A Brief History of Humanism

Humanism was an influence at the very heart of the Renaissance, and sought to restore education that was based on ancient Greek and Latin writings in an effort to renew the best aspects of the civilizations of Greece and Rome. These classical writings were meant to serve as a moral compass for how to best …

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The Birth of Modern Feminism: 15th Century Europe

In Christine de Pizan’s Book of the City of Ladies, written circa 1405, the author places herself in the lead role of an allegorical tale of a philosophical journey in pursuit of truth. She confers with three daughters of God in dialogues that describe a very different sort femininity than was recognized in her time. …

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A Modern and Practical Take on Plato’s Philosophy

Plato’s Republic approaches questions about the nature of goodness, how it affects the actions of men, the nature of truth, what motivates us, and the nature of justice. Plato does so with an eye to exploring the socio-political and individual ramifications of these topics, as well as explaining his theories on how they are inextricably …

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Theorizing: The Greek Dialectical Method as a Precursor for the Scientific Method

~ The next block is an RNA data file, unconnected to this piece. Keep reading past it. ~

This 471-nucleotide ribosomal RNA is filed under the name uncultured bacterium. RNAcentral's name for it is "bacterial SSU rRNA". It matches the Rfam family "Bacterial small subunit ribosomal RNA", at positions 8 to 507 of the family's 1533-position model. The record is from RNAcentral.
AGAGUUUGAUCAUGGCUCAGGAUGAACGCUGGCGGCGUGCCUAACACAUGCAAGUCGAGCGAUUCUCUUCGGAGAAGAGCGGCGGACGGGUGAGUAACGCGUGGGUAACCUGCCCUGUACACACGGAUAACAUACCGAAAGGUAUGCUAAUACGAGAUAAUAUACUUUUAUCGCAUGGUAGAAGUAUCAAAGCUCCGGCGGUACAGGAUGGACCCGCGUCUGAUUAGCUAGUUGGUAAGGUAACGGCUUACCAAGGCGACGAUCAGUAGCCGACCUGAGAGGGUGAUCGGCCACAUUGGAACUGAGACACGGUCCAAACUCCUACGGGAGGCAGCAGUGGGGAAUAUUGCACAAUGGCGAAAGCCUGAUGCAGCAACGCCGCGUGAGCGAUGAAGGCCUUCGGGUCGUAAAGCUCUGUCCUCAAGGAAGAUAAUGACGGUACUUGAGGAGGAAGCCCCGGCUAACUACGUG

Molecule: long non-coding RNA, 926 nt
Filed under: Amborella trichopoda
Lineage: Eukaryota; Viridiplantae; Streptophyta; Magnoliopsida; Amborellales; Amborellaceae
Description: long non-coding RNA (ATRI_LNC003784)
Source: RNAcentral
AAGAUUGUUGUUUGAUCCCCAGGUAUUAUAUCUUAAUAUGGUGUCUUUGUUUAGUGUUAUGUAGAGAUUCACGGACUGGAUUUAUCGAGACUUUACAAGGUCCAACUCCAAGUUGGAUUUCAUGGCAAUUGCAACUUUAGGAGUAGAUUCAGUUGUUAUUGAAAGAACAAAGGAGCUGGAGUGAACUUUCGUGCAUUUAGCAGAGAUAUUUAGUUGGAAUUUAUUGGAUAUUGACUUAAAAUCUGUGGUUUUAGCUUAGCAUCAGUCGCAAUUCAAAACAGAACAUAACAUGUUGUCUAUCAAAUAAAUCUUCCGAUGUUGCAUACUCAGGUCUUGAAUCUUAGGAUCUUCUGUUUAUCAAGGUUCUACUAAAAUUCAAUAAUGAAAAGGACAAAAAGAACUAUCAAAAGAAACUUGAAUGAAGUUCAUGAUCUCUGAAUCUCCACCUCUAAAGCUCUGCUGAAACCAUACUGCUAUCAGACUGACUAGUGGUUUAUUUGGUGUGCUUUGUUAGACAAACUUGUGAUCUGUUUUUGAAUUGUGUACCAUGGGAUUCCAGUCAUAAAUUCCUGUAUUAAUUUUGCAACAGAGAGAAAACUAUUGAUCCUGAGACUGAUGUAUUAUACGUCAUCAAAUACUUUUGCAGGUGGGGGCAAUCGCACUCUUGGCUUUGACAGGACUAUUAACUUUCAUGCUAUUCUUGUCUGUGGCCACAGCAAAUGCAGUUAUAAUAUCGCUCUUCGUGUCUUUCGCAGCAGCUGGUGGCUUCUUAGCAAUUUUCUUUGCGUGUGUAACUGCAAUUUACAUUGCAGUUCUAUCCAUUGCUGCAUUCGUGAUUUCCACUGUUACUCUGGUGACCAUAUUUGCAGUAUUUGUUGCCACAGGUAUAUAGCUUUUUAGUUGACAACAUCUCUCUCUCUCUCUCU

Assertion: The ancient Greek philosophers’ Dialectical Method is the main influence on the premise of the modern Scientific Method. According to the Oxford-English Dictionary, the Scientific Method is defined as “A method of procedure that has characterized natural science since the 17th century, consisting in systematic observation, measurement, and experiment, and the formulation, testing, and modification …

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On Hume’s “Dialogues” and Argument from Design

In an unprecedented treatise on the fallacies of conventional religious belief and the limitations of certain types of logic in understanding the nature of God, 18th Century philosopher David Hume introduced an innovative, skeptical view on religious thought. By casting three characters in the roles of the Epicurean, the Stoic and the Academic, Hume contributed …

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Enlightenment and Progress

Historians have long debated over the main catalysts contributing to Europe’s shift to modernity in the 18th century. Some scholars assert that ideas were the main force for the progress achieved in the Enlightenment efforts, while others view certain social and economic forces as being the primary reasons for transformation of Europe’s Old Regime into …

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